Our first case highlights some of the rationale behind the many measures that are now currently in place. The decision to operate was initially based on current guidelines which recommend surgical revascularisation in multi-vessel disease in a diabetic patient for best long term outcomes [4]. However, COVID-19 is as yet an unknown disease entity where outcomes in cardiac surgery are unpredictable. Catheter based treatment options were certainly feasible in this case leading to a shorter stay and possibly a better outcome. All patients now referred for surgical treatment currently undergo extensive review to ascertain whether non-surgical options are viable in the first instance, even at the expense of long term outcomes.

Pre-operative COVID-19 testing of patients has now become mandatory in our institution. Our first case did not have a pre-operative COVID-19 swab due to a lack of typical symptoms. Exactly when and where he contracted the virus is difficult to ascertain. He was in regular contact with healthcare professionals due to his dialysis requirements and was an inpatient at our institution at a time where full PPE was not compulsory or deemed required. It is likely that his transmission was iatrogenic given that he developed symptoms at day 7 from his first arrival. The typical incubation period for the virus is between 5 and 10 days [5]. Although this may well have been negative, we also perform CT thorax as part of our pre-operative screening. Recent studies have suggested that CT changes may even precede PCR findings and clinical signs of COVID-19 [6]. This may well have identified early ground-glass changes that were not visible on chest roentgenograms.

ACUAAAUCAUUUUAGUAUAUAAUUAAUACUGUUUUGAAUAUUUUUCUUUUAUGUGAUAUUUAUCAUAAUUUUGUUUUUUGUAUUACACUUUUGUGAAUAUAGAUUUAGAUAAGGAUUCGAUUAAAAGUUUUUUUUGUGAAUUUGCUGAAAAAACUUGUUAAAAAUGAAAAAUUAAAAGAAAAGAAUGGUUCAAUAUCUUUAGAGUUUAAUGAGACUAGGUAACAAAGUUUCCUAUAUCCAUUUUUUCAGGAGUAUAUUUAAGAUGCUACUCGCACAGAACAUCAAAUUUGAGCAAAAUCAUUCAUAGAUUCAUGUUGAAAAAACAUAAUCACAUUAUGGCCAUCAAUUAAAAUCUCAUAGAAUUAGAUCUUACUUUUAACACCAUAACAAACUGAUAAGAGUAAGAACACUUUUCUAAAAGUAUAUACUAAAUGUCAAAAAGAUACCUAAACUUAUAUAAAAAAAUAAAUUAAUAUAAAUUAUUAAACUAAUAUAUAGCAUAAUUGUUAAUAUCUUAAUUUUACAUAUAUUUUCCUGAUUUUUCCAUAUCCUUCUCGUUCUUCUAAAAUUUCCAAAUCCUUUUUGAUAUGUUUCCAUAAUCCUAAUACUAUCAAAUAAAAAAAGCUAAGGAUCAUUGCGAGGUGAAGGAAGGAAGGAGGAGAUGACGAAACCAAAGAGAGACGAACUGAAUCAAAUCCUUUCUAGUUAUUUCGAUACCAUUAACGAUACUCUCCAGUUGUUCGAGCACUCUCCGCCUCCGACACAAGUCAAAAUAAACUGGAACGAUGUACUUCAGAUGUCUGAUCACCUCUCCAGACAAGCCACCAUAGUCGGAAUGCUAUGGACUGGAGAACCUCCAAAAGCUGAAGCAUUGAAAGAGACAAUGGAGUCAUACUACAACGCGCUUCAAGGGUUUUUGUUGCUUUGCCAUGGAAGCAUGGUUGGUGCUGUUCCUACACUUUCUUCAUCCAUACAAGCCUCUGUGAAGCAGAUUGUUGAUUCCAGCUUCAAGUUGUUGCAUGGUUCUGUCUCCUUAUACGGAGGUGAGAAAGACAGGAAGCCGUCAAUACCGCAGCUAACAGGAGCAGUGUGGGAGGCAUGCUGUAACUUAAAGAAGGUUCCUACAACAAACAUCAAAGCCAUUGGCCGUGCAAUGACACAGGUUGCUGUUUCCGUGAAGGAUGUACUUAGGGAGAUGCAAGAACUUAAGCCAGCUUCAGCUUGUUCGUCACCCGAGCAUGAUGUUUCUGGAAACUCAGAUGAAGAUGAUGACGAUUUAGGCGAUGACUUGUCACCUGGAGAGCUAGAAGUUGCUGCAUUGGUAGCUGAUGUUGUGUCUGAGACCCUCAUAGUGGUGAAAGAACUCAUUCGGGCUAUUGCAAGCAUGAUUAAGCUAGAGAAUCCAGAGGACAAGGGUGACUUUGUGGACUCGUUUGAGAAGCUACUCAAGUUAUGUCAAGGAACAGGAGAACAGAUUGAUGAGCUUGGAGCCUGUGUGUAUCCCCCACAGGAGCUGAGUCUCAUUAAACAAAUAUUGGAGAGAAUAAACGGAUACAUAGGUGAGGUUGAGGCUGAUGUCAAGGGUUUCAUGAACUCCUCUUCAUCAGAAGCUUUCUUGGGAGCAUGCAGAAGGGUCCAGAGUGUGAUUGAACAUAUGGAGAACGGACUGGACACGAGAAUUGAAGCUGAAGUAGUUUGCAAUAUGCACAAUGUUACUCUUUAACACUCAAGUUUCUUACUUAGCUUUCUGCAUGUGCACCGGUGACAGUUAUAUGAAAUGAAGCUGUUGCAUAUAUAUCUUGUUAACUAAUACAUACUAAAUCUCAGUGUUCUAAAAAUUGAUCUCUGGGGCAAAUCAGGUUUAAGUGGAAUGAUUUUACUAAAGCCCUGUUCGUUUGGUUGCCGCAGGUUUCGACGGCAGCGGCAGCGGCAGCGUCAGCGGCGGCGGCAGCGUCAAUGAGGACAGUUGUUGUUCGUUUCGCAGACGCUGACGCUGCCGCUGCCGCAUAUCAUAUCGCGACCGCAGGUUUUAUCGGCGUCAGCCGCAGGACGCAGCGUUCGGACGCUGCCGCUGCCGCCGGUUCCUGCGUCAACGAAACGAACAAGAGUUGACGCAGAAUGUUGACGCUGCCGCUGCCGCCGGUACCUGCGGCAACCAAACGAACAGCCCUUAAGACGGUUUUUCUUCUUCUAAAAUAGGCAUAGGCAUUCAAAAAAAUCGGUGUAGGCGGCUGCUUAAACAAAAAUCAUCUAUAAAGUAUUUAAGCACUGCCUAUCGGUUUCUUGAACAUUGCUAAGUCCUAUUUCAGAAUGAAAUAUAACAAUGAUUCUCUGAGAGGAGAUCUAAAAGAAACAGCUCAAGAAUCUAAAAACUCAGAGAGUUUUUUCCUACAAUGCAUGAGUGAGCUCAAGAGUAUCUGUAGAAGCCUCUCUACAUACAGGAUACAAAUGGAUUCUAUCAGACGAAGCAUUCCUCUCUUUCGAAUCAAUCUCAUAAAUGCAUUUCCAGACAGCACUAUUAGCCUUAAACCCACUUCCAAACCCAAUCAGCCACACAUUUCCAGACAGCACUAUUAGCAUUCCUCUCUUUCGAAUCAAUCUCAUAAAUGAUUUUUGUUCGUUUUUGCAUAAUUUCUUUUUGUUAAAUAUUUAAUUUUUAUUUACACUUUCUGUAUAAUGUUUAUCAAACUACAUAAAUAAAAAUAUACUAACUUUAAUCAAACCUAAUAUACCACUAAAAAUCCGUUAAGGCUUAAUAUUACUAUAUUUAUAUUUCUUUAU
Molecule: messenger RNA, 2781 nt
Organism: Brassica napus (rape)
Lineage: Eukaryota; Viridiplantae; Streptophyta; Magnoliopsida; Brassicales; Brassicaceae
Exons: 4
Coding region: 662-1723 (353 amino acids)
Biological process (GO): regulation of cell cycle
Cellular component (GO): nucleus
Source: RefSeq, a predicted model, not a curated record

Our second case also highlighted the need for aggressive measures to contain intra-hospital spread of the virus. It is almost certain that he contracted the virus whilst at our institution at a time when little to no PPE was used in theatres, in the intensive care unit or on the ward. Although he did warrant urgent inpatient surgery to treat his endocarditis, it is likely that measures put in place now may well have prevented him contracting the virus.

To date, there have been no further mortalities in post-operative cardiac surgical patients secondary to COVID-19 at our institution. This is likely due to the number of measures introduced but also in part due to careful patient selection as well as a significant reduction in surgical volume. The role of cardiac surgery in the presence of COVID-19 is still very unpredictable and further studies on both short term and long term outcomes are warranted.

Availability of data and materials

Can provide on request.

Abbreviations

SARS-CoV-2:

Severe acute respiratory syndrome coronavirus 2

RNA:

Ribonucelic acid

PCR:

Polymerase chain reaction

CT:

Computed Tomography

PPE:

Personal Protective Equiment

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AH wrote the initial draft. All authors were involved in the concept and editing of the final version. The author(s) read and approved the final manuscript.

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Correspondence to Azhar Hussain.

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Hussain, A., Khalil, A., Kolvekar, P. et al. COVID-19 related mortality in post-operative cardiac surgical patients. J Cardiothorac Surg 16, 112 (2021). https://doi.org/10.1186/s13019-021-01487-x

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Keywords

  • COVID-19
  • Cardiac surgery